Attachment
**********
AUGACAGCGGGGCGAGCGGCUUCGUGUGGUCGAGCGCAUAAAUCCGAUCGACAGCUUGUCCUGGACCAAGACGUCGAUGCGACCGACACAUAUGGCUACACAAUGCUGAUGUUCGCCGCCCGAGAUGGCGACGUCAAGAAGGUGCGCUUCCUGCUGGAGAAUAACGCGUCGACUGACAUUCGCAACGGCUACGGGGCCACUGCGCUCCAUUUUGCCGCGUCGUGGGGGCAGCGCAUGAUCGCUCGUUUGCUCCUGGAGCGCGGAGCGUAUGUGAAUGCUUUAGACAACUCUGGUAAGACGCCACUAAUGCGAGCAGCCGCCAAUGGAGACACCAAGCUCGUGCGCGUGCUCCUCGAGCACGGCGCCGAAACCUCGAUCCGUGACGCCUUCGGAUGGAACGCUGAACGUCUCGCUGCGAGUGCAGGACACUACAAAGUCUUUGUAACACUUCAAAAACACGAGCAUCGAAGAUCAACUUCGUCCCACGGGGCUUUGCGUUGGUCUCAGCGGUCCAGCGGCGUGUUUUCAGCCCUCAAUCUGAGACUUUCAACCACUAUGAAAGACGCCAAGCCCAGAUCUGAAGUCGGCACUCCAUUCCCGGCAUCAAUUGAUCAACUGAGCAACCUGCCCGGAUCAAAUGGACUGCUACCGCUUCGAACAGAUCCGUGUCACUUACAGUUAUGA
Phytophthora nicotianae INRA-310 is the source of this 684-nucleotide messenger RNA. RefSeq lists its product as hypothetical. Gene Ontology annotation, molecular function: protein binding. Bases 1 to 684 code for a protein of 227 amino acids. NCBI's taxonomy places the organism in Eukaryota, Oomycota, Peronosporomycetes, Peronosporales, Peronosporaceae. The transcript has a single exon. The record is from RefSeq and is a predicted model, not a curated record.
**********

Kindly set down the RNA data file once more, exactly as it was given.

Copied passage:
AUGACAGCGGGGCGAGCGGCUUCGUGUGGUCGAGCGCAUAAAUCCGAUCGACAGCUUGUCCUGGACCAAGACGUCGAUGCGACCGACACAUAUGGCUACACAAUGCUGAUGUUCGCCGCCCGAGAUGGCGACGUCAAGAAGGUGCGCUUCCUGCUGGAGAAUAACGCGUCGACUGACAUUCGCAACGGCUACGGGGCCACUGCGCUCCAUUUUGCCGCGUCGUGGGGGCAGCGCAUGAUCGCUCGUUUGCUCCUGGAGCGCGGAGCGUAUGUGAAUGCUUUAGACAACUCUGGUAAGACGCCACUAAUGCGAGCAGCCGCCAAUGGAGACACCAAGCUCGUGCGCGUGCUCCUCGAGCACGGCGCCGAAACCUCGAUCCGUGACGCCUUCGGAUGGAACGCUGAACGUCUCGCUGCGAGUGCAGGACACUACAAAGUCUUUGUAACACUUCAAAAACACGAGCAUCGAAGAUCAACUUCGUCCCACGGGGCUUUGCGUUGGUCUCAGCGGUCCAGCGGCGUGUUUUCAGCCCUCAAUCUGAGACUUUCAACCACUAUGAAAGACGCCAAGCCCAGAUCUGAAGUCGGCACUCCAUUCCCGGCAUCAAUUGAUCAACUGAGCAACCUGCCCGGAUCAAAUGGACUGCUACCGCUUCGAACAGAUCCGUGUCACUUACAGUUAUGA
Phytophthora nicotianae INRA-310 is the source of this 684-nucleotide messenger RNA. RefSeq lists its product as hypothetical. Gene Ontology annotation, molecular function: protein binding. Bases 1 to 684 code for a protein of 227 amino acids. NCBI's taxonomy places the organism in Eukaryota, Oomycota, Peronosporomycetes, Peronosporales, Peronosporaceae. The transcript has a single exon. The record is from RefSeq and is a predicted model, not a curated record.